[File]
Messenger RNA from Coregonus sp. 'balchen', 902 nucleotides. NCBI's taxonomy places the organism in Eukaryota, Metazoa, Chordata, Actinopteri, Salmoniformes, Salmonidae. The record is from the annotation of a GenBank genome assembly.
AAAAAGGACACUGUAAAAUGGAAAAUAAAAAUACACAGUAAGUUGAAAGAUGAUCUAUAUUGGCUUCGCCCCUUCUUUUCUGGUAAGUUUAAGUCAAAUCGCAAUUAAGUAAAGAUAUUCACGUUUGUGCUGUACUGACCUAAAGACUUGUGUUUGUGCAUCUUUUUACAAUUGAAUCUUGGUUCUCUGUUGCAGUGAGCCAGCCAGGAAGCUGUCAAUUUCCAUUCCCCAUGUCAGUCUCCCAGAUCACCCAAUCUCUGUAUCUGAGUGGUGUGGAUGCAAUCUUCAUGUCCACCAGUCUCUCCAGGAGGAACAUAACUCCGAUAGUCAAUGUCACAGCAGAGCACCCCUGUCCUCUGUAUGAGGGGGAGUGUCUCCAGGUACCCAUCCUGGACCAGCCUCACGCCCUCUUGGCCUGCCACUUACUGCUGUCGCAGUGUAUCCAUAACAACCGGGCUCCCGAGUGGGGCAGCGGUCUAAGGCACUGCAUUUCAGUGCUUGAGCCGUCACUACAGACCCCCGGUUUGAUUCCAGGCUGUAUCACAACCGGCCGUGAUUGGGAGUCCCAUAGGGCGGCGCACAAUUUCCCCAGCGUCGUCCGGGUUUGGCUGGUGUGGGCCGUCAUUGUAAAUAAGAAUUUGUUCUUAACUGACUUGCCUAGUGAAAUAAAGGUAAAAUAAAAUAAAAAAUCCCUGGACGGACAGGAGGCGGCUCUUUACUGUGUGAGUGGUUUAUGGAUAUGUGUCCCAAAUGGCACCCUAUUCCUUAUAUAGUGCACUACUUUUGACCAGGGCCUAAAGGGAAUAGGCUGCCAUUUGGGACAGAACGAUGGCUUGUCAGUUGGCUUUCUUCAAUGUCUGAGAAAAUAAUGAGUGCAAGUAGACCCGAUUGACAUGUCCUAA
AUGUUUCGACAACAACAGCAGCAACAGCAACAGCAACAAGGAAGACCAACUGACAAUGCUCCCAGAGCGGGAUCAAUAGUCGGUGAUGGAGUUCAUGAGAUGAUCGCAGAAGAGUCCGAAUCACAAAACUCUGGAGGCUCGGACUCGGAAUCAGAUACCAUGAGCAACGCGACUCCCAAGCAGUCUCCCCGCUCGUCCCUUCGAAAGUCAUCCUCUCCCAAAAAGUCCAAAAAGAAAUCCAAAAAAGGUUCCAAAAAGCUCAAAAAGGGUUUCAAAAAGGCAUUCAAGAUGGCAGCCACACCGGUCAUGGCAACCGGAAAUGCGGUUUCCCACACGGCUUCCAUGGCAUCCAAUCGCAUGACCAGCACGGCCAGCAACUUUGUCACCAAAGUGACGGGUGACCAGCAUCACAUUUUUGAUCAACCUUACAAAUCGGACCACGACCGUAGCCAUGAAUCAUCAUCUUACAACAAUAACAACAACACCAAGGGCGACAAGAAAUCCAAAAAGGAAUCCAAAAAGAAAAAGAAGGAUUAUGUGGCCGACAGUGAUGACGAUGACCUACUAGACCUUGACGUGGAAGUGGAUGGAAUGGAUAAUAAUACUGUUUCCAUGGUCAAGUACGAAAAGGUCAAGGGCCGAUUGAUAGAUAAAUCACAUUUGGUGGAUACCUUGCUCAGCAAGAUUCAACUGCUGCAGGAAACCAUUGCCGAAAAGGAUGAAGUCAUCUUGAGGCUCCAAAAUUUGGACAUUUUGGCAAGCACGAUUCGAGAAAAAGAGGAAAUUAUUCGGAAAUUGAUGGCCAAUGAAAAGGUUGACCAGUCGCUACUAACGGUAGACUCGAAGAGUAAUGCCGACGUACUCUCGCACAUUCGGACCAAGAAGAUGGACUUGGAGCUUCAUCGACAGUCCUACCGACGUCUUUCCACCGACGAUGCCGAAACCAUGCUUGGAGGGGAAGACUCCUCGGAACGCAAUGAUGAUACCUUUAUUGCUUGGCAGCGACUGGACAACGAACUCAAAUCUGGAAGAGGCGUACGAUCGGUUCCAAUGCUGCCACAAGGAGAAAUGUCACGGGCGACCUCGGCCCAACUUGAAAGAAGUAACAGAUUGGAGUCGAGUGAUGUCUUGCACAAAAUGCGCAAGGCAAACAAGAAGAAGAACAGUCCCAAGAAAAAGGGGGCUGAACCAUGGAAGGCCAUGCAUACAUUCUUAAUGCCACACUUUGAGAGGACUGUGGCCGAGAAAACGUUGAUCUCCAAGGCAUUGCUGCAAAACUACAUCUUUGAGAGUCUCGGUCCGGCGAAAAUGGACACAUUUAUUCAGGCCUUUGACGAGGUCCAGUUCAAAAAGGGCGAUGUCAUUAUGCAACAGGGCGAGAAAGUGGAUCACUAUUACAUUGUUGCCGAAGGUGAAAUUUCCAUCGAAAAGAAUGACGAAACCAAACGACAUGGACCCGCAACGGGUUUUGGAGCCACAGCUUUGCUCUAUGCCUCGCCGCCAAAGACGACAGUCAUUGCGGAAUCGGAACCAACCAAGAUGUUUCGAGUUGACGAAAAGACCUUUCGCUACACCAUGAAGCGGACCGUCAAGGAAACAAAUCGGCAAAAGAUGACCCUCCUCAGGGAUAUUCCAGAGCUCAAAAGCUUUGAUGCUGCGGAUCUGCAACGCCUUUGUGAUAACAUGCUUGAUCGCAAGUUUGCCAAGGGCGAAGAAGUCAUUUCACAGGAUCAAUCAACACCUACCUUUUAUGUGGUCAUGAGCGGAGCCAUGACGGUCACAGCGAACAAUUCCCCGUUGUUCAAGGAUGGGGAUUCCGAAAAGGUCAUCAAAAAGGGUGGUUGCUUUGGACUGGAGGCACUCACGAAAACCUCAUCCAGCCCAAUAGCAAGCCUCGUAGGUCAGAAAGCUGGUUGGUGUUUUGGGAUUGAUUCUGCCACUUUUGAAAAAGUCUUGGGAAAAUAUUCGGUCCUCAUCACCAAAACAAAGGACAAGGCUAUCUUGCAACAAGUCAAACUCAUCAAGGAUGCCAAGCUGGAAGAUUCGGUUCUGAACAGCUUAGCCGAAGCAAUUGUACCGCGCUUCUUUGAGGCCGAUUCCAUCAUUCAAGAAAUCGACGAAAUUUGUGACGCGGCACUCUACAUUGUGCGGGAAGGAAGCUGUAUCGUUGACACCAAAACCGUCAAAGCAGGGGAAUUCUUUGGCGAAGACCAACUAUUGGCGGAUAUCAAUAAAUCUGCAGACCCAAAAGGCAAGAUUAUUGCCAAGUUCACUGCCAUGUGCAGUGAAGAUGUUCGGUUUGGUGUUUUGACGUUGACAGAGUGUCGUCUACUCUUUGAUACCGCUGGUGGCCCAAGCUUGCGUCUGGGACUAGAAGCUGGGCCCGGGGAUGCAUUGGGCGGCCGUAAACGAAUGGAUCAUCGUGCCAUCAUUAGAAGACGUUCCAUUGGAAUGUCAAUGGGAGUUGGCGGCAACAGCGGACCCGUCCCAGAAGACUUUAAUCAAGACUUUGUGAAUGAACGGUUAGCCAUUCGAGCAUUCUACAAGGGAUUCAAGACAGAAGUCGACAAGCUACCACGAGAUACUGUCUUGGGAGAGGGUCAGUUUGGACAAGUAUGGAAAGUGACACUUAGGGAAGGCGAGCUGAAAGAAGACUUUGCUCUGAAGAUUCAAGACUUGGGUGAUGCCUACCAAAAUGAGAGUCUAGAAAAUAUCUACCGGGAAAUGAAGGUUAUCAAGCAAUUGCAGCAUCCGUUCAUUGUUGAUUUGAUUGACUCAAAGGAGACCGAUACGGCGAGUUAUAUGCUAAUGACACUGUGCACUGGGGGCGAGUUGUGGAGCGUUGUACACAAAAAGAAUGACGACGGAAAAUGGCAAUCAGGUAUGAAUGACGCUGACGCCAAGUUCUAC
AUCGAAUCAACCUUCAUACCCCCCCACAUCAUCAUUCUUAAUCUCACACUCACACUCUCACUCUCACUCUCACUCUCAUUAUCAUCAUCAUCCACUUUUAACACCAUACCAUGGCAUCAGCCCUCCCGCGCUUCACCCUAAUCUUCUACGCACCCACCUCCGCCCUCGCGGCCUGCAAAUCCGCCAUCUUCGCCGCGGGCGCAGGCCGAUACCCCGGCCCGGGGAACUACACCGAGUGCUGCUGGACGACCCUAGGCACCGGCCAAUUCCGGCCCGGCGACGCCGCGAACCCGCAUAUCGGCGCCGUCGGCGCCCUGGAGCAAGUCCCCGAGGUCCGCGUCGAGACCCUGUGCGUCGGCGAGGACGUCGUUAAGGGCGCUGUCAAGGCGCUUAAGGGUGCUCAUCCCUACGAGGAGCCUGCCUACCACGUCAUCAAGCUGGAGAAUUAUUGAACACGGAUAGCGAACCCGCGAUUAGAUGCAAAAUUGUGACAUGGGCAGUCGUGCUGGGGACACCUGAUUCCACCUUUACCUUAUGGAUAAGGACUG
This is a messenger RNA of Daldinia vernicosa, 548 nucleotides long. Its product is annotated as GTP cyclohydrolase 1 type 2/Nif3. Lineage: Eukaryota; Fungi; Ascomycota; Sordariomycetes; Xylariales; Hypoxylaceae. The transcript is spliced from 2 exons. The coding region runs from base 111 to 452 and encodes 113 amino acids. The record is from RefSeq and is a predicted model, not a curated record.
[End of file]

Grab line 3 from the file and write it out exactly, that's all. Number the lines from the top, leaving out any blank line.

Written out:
AUGUUUCGACAACAACAGCAGCAACAGCAACAGCAACAAGGAAGACCAACUGACAAUGCUCCCAGAGCGGGAUCAAUAGUCGGUGAUGGAGUUCAUGAGAUGAUCGCAGAAGAGUCCGAAUCACAAAACUCUGGAGGCUCGGACUCGGAAUCAGAUACCAUGAGCAACGCGACUCCCAAGCAGUCUCCCCGCUCGUCCCUUCGAAAGUCAUCCUCUCCCAAAAAGUCCAAAAAGAAAUCCAAAAAAGGUUCCAAAAAGCUCAAAAAGGGUUUCAAAAAGGCAUUCAAGAUGGCAGCCACACCGGUCAUGGCAACCGGAAAUGCGGUUUCCCACACGGCUUCCAUGGCAUCCAAUCGCAUGACCAGCACGGCCAGCAACUUUGUCACCAAAGUGACGGGUGACCAGCAUCACAUUUUUGAUCAACCUUACAAAUCGGACCACGACCGUAGCCAUGAAUCAUCAUCUUACAACAAUAACAACAACACCAAGGGCGACAAGAAAUCCAAAAAGGAAUCCAAAAAGAAAAAGAAGGAUUAUGUGGCCGACAGUGAUGACGAUGACCUACUAGACCUUGACGUGGAAGUGGAUGGAAUGGAUAAUAAUACUGUUUCCAUGGUCAAGUACGAAAAGGUCAAGGGCCGAUUGAUAGAUAAAUCACAUUUGGUGGAUACCUUGCUCAGCAAGAUUCAACUGCUGCAGGAAACCAUUGCCGAAAAGGAUGAAGUCAUCUUGAGGCUCCAAAAUUUGGACAUUUUGGCAAGCACGAUUCGAGAAAAAGAGGAAAUUAUUCGGAAAUUGAUGGCCAAUGAAAAGGUUGACCAGUCGCUACUAACGGUAGACUCGAAGAGUAAUGCCGACGUACUCUCGCACAUUCGGACCAAGAAGAUGGACUUGGAGCUUCAUCGACAGUCCUACCGACGUCUUUCCACCGACGAUGCCGAAACCAUGCUUGGAGGGGAAGACUCCUCGGAACGCAAUGAUGAUACCUUUAUUGCUUGGCAGCGACUGGACAACGAACUCAAAUCUGGAAGAGGCGUACGAUCGGUUCCAAUGCUGCCACAAGGAGAAAUGUCACGGGCGACCUCGGCCCAACUUGAAAGAAGUAACAGAUUGGAGUCGAGUGAUGUCUUGCACAAAAUGCGCAAGGCAAACAAGAAGAAGAACAGUCCCAAGAAAAAGGGGGCUGAACCAUGGAAGGCCAUGCAUACAUUCUUAAUGCCACACUUUGAGAGGACUGUGGCCGAGAAAACGUUGAUCUCCAAGGCAUUGCUGCAAAACUACAUCUUUGAGAGUCUCGGUCCGGCGAAAAUGGACACAUUUAUUCAGGCCUUUGACGAGGUCCAGUUCAAAAAGGGCGAUGUCAUUAUGCAACAGGGCGAGAAAGUGGAUCACUAUUACAUUGUUGCCGAAGGUGAAAUUUCCAUCGAAAAGAAUGACGAAACCAAACGACAUGGACCCGCAACGGGUUUUGGAGCCACAGCUUUGCUCUAUGCCUCGCCGCCAAAGACGACAGUCAUUGCGGAAUCGGAACCAACCAAGAUGUUUCGAGUUGACGAAAAGACCUUUCGCUACACCAUGAAGCGGACCGUCAAGGAAACAAAUCGGCAAAAGAUGACCCUCCUCAGGGAUAUUCCAGAGCUCAAAAGCUUUGAUGCUGCGGAUCUGCAACGCCUUUGUGAUAACAUGCUUGAUCGCAAGUUUGCCAAGGGCGAAGAAGUCAUUUCACAGGAUCAAUCAACACCUACCUUUUAUGUGGUCAUGAGCGGAGCCAUGACGGUCACAGCGAACAAUUCCCCGUUGUUCAAGGAUGGGGAUUCCGAAAAGGUCAUCAAAAAGGGUGGUUGCUUUGGACUGGAGGCACUCACGAAAACCUCAUCCAGCCCAAUAGCAAGCCUCGUAGGUCAGAAAGCUGGUUGGUGUUUUGGGAUUGAUUCUGCCACUUUUGAAAAAGUCUUGGGAAAAUAUUCGGUCCUCAUCACCAAAACAAAGGACAAGGCUAUCUUGCAACAAGUCAAACUCAUCAAGGAUGCCAAGCUGGAAGAUUCGGUUCUGAACAGCUUAGCCGAAGCAAUUGUACCGCGCUUCUUUGAGGCCGAUUCCAUCAUUCAAGAAAUCGACGAAAUUUGUGACGCGGCACUCUACAUUGUGCGGGAAGGAAGCUGUAUCGUUGACACCAAAACCGUCAAAGCAGGGGAAUUCUUUGGCGAAGACCAACUAUUGGCGGAUAUCAAUAAAUCUGCAGACCCAAAAGGCAAGAUUAUUGCCAAGUUCACUGCCAUGUGCAGUGAAGAUGUUCGGUUUGGUGUUUUGACGUUGACAGAGUGUCGUCUACUCUUUGAUACCGCUGGUGGCCCAAGCUUGCGUCUGGGACUAGAAGCUGGGCCCGGGGAUGCAUUGGGCGGCCGUAAACGAAUGGAUCAUCGUGCCAUCAUUAGAAGACGUUCCAUUGGAAUGUCAAUGGGAGUUGGCGGCAACAGCGGACCCGUCCCAGAAGACUUUAAUCAAGACUUUGUGAAUGAACGGUUAGCCAUUCGAGCAUUCUACAAGGGAUUCAAGACAGAAGUCGACAAGCUACCACGAGAUACUGUCUUGGGAGAGGGUCAGUUUGGACAAGUAUGGAAAGUGACACUUAGGGAAGGCGAGCUGAAAGAAGACUUUGCUCUGAAGAUUCAAGACUUGGGUGAUGCCUACCAAAAUGAGAGUCUAGAAAAUAUCUACCGGGAAAUGAAGGUUAUCAAGCAAUUGCAGCAUCCGUUCAUUGUUGAUUUGAUUGACUCAAAGGAGACCGAUACGGCGAGUUAUAUGCUAAUGACACUGUGCACUGGGGGCGAGUUGUGGAGCGUUGUACACAAAAAGAAUGACGACGGAAAAUGGCAAUCAGGUAUGAAUGACGCUGACGCCAAGUUCUAC